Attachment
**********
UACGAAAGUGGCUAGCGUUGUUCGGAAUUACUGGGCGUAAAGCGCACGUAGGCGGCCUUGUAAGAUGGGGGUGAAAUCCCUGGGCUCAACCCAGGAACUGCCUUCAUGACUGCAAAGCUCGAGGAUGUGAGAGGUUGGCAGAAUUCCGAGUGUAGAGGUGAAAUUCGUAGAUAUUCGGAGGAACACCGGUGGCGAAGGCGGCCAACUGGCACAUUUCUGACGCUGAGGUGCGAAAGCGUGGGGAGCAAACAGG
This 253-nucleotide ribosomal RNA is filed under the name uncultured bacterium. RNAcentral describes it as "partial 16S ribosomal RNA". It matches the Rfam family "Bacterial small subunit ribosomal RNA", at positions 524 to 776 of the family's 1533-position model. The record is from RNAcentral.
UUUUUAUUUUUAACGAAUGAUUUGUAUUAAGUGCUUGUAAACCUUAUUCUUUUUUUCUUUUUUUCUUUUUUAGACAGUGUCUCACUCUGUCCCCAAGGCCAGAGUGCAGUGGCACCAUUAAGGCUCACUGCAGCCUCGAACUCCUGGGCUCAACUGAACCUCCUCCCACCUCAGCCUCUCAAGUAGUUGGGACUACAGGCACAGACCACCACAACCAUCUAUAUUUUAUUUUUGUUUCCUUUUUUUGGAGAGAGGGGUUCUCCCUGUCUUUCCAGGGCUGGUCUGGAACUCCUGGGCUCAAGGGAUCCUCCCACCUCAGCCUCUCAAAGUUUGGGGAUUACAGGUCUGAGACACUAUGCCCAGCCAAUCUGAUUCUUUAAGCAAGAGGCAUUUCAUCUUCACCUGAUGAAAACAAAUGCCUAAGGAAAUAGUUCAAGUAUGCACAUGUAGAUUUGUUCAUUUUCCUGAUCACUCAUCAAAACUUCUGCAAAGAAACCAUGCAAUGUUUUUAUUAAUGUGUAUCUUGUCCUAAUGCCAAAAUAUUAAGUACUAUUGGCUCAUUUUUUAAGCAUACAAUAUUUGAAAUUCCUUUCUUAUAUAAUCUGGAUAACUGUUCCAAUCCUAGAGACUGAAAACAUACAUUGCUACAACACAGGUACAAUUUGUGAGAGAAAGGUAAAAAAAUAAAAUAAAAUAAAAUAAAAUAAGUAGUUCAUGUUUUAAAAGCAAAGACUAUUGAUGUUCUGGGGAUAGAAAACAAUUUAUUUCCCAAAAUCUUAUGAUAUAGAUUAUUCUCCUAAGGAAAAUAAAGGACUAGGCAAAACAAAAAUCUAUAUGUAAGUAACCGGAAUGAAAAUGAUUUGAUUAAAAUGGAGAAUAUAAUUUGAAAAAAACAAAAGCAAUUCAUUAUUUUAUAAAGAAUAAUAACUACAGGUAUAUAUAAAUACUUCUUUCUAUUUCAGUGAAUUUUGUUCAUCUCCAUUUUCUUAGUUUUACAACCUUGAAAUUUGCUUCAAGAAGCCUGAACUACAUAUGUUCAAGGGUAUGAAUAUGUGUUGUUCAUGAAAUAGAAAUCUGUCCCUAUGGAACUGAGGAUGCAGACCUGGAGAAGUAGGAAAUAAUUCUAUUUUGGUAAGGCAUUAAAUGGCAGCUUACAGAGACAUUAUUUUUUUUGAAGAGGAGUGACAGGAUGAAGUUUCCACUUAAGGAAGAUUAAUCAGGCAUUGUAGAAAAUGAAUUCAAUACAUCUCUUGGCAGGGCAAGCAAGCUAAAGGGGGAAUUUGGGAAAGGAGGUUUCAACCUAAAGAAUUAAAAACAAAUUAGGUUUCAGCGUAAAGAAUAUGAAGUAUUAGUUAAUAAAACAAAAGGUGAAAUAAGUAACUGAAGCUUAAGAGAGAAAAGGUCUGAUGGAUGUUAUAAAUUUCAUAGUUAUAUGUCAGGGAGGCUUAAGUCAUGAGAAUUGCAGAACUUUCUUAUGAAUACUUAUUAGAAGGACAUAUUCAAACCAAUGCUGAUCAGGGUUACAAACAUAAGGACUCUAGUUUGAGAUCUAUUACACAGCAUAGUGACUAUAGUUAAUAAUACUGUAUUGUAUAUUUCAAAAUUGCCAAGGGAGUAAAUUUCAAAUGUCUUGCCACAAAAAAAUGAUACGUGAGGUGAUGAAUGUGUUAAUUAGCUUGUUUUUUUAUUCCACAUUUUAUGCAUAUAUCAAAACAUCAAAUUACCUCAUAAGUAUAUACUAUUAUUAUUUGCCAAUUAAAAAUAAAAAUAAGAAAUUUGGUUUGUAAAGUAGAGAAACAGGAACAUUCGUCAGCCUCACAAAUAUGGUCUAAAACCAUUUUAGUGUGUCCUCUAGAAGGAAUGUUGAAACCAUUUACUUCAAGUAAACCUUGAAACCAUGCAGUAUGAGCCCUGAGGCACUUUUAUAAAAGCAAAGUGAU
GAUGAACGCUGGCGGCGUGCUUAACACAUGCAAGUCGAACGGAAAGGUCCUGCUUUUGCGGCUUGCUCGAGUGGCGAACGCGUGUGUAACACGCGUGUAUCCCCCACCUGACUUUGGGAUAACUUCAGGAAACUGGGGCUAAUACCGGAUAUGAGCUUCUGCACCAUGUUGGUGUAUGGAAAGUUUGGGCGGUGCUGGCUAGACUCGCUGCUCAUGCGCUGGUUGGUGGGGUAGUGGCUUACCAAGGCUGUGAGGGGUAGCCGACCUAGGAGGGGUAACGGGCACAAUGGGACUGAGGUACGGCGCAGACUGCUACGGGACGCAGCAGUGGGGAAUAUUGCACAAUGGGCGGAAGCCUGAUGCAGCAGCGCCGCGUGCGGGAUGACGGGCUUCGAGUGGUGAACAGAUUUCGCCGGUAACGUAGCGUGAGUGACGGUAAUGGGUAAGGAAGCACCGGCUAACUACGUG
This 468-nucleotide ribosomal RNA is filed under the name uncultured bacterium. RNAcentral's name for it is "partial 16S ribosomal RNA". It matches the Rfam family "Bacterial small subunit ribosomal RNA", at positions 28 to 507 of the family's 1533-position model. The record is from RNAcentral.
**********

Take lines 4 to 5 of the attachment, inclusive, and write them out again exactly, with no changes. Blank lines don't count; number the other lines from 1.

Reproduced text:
GAUGAACGCUGGCGGCGUGCUUAACACAUGCAAGUCGAACGGAAAGGUCCUGCUUUUGCGGCUUGCUCGAGUGGCGAACGCGUGUGUAACACGCGUGUAUCCCCCACCUGACUUUGGGAUAACUUCAGGAAACUGGGGCUAAUACCGGAUAUGAGCUUCUGCACCAUGUUGGUGUAUGGAAAGUUUGGGCGGUGCUGGCUAGACUCGCUGCUCAUGCGCUGGUUGGUGGGGUAGUGGCUUACCAAGGCUGUGAGGGGUAGCCGACCUAGGAGGGGUAACGGGCACAAUGGGACUGAGGUACGGCGCAGACUGCUACGGGACGCAGCAGUGGGGAAUAUUGCACAAUGGGCGGAAGCCUGAUGCAGCAGCGCCGCGUGCGGGAUGACGGGCUUCGAGUGGUGAACAGAUUUCGCCGGUAACGUAGCGUGAGUGACGGUAAUGGGUAAGGAAGCACCGGCUAACUACGUG
This 468-nucleotide ribosomal RNA is filed under the name uncultured bacterium. RNAcentral's name for it is "partial 16S ribosomal RNA". It matches the Rfam family "Bacterial small subunit ribosomal RNA", at positions 28 to 507 of the family's 1533-position model. The record is from RNAcentral.